As State Director of Assessment, I spend a lot of time every year assisting candidates trying to upgrade from Grassroots to Regional Referees. In a nutshell, in order to be considered for upgrade, their lifetime game count must include at least 50 games as a referee and 25 games as an assistant referee at the U-18 and higher adult levels. For qualified candidates, we schedule three assessments: one at the highest youth level of competition and the other two at adult competitions. Candidates must also pass a fitness test. You can learn more about the details on the upgrade process here.

As I write this article, all of us are uncertain when we can get back on the field again. When the time does come, I wanted to share with you one of my objectives going forward. Of course, we will continue to help those officials looking to climb the ladder toward higher referee grades and better assignments.

At the same time. I do not want to lose sight of the needs of our newer officials, both youth and adults. They comprise the majority of our 5,000+ Michigan referees but rarely receive feedback (except from angry coaches and parents). Many referees have never received any formal feedback from a mentor.

As soon as we are able, I plan to encourage our referee mentors to watch more of those officials. They are the ones who would benefit from constructive feedback the most. These officials are either brand new or have only been out there for a few seasons. A small tip or two can vastly improve their performance as a referee.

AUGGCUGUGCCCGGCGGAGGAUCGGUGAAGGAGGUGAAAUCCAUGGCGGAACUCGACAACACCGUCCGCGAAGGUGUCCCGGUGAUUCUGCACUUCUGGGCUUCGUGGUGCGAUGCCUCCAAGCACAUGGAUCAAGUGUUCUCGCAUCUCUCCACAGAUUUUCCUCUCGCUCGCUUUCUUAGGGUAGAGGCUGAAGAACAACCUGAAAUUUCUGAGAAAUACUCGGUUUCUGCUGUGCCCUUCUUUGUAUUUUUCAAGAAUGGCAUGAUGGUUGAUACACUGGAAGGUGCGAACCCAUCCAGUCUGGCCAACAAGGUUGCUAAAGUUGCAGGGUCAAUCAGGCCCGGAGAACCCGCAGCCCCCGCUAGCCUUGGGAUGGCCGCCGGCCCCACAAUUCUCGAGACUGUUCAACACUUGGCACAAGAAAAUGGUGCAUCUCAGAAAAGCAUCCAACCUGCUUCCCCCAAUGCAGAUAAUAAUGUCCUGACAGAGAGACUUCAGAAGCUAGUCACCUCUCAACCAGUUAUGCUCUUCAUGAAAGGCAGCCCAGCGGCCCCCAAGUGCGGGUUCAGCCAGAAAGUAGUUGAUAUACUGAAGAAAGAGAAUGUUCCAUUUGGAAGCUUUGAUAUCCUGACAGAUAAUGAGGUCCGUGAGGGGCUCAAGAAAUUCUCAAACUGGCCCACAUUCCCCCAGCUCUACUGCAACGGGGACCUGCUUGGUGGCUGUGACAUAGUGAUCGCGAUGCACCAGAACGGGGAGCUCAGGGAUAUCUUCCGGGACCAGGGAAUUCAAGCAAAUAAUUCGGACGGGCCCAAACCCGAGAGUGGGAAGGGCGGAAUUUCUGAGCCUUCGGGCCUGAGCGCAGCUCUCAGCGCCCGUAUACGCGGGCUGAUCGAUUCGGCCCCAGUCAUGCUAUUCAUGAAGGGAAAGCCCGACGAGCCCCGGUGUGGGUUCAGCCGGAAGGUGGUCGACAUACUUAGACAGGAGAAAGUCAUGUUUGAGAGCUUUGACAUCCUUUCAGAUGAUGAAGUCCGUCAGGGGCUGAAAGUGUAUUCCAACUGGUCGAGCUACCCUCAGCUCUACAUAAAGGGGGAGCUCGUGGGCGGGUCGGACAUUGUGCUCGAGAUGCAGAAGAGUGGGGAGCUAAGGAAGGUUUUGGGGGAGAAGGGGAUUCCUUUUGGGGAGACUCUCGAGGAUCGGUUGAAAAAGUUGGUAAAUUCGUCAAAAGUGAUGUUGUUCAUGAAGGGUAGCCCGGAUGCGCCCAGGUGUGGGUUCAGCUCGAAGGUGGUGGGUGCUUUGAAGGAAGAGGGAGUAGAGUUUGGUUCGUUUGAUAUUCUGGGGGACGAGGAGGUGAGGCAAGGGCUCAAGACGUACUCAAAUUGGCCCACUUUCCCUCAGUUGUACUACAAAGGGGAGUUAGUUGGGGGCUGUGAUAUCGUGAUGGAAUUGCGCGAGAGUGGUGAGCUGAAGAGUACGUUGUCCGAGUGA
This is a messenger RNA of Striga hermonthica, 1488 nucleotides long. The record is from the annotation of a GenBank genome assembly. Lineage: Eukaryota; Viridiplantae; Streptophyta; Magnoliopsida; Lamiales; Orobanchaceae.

Mentoring opportunities exist at local “house leagues” where new referees often get their first exposure to officiating. The MRC is also developing a plan to do more observations at in-state tournaments. As I noted above, while we continue to mentor advanced officials, we also want to cast a “wider net” and see more officials at those events. Observations of 15-20 minutes—just as an example—at a tournament game can allow us to be smarter in how we use our mentor resources.

Your thoughts on how to expand the reach of the mentor program are always welcome. If you are a younger official reading this article and would like someone to watch one of your games, simply let me know (contact information of all MRC members can be found at the end of this newsletter). If you are an experienced official, you can help by flagging those younger promising officials for us. I promise we will do our best to help you. Contact me at

Flipping the Switch

Jacob Little
Regional Referee

Escaping “Comfortable”

Whether you are refereeing for multiple assignors across USSF, NISOA, or even MHSAA, you know you can fall quickly into a rhythm as the season progresses, such as:

  • You work with familiar crew members from week to week
  • You visit schools/clubs on a regular basis
  • You get to know coaches and players more on a personal level.

In other words, we start to get “comfortable.” For instance, instead of talking about tactics, certain expectations, or even doing your pre-game warm-up with your crew members, we fall into the trap of assuming that “everyone knows what to expect from each other.” This mentality alone sets the tone for the match, and ultimately our performance on the field.